We are now into the start of the second decade of the 21st century. We need to see that we will successfully make it through into the next year without accident, mishap or burning.

The heat-treatment shop is the facility in a steel-processing or a manufacturing facility that relies on its own heat-treatment plant to service its components (captive heat-treatment shop).

There are many laws both domestically and internationally that are applicable in a heat-treatment shop. Operators cannot know all of the applicable laws, but that does not excuse us from not obeying the laws that are in place. None of us can be excused from the practice of safety in the heat-treat shop.

Safety is what we MUST practice, not only on a day-to-day basis but minute by minute. Heat can and does burn. (Think of barbecuing a steak!) Safety must be a conscious and practiced effort all day and every day.

Heat can cause fire, fire can burn down buildings, fire can kill and fire can cost us money. Heat is the major tool of the trade of a heat treater, and heat can burn all sorts of things.

Enclosed rooms and the inside of continuous, batch or vacuum furnaces are enclosed spaces that can both suffocate and kill. Do not, repeat do not, go into the interior of a furnace until you have gone through the following:
  • Confined-space entry procedures
  • Lockout and tag-out of all electrical equipment on the furnace
  • Be sure you have a “buddy” to recover you if there is a problem when you are in the furnace process chamber.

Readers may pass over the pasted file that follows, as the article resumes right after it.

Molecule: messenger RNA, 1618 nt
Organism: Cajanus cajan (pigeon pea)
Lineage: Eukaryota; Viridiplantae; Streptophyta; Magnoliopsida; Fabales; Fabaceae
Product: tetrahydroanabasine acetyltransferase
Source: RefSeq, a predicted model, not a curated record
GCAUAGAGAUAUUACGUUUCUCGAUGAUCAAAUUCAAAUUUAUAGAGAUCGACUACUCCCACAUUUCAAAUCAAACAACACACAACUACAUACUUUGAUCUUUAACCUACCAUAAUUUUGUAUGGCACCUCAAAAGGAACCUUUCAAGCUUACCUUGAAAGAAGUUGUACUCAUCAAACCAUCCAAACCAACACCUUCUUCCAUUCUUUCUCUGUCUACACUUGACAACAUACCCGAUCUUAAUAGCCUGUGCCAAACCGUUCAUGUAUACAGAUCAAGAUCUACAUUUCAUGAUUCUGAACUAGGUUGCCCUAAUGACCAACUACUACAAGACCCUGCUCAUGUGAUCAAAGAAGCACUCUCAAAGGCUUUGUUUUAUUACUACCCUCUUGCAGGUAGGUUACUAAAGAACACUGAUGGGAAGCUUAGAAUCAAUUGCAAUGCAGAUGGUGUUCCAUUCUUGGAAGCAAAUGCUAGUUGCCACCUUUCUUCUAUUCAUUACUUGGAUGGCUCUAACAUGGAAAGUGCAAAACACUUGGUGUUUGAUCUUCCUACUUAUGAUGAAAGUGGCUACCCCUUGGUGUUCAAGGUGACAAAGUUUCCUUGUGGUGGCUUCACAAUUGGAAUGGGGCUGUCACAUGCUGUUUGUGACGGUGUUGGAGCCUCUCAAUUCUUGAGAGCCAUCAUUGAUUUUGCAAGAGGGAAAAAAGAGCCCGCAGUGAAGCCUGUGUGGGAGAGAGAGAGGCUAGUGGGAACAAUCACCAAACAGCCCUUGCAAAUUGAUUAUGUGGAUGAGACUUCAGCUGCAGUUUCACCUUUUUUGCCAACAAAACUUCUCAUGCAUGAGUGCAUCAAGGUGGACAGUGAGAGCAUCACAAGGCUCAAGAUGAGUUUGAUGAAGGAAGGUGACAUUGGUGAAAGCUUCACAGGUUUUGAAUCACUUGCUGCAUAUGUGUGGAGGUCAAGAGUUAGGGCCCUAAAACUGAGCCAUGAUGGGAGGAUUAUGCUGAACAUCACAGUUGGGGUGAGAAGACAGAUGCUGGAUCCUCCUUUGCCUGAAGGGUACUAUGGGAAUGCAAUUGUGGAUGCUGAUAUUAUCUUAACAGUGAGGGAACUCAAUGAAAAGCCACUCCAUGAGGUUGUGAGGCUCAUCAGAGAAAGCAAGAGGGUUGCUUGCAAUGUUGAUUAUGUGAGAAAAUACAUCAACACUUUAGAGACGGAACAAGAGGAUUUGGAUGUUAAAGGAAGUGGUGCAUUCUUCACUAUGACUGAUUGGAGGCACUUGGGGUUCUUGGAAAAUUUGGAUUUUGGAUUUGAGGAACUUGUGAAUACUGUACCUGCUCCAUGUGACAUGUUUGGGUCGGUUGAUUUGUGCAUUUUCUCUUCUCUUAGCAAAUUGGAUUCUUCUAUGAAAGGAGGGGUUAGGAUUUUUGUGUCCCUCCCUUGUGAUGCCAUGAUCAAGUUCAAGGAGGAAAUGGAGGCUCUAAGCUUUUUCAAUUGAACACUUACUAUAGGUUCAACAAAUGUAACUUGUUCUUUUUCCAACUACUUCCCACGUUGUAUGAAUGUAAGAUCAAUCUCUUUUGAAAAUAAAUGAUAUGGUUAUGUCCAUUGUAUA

• Do not go into the furnace without a safety harness attached to both you and your outside partner.
  • Be sure that the furnace process chamber has a continuous supply of fresh moving air (air blower, air line, etc.).
  • Be sure that both regular and frequent checks are made on firefighting equipment, hoses, extinguishers, etc.
  • Conduct quarterly fire-fighting exercises with key personnel.
  • Conduct evacuation procedures and assure that all key personnel understand the movements of the people that they are responsible for and to count accurately each individual in that team.
  • Make sure that each and every person employed in both the heat-treatment shop as well as the office understands the nature of a fire and how to deal with it without panic.
  • Be sure that all of the appropriate safety clothing is issued, functional and, most importantly, worn!
  • This applies to the heat-treatment shop and also to the metallurgical laboratory where fume hoods are used for the extraction of toxic and hazardous fumes from the mixing of acid etchants.
  • Clean up spills, (oil, water, grease, etc.) as they happen. Do not wait until someone slips or falls.
  • Make sure that all of the appropriate exits are clear of equipment blockages and that the exit door actually works.
  • Make sure that the appropriate danger and warning signs are in place and visible to everyone.
  • Make sure that each shop individual is wearing his/her safety glasses.
  • If you are conducting the nitriding process using anhydrous ammonia, know how to neutralize an ammonia leak. Remember that ammonia will also burn very vigorously.
  • If you are using any salt-bath equipment (nitrate salts to high-speed salts), appropriate safety clothing is important. Remember that if the molten salt (nitrate or other type) hits your bare skin, it will keep on burning the skin until it goes cold.
  • Oil-quench tanks will usually catch fire if they are overloaded with work or if they are contaminated with water. Be sure that you have your firefighting drill perfected to deal with an oil-quench fire. The main thing is DO NOT PANIC! You know where the fire is, and you need to starve the fire of oxygen to extinguish it.
  • Good housekeeping should be mandatory. There is no reason for a heat-treat shop to look like a dungeon from hell with fire-breathing dragons (furnaces).
Although we do tend to see safety as a management problem, safety should not rest entirely with management. An individual should be responsible for their own equipment and work area. We are all responsible for safety, not only of ourselves but of others.

More on this next time.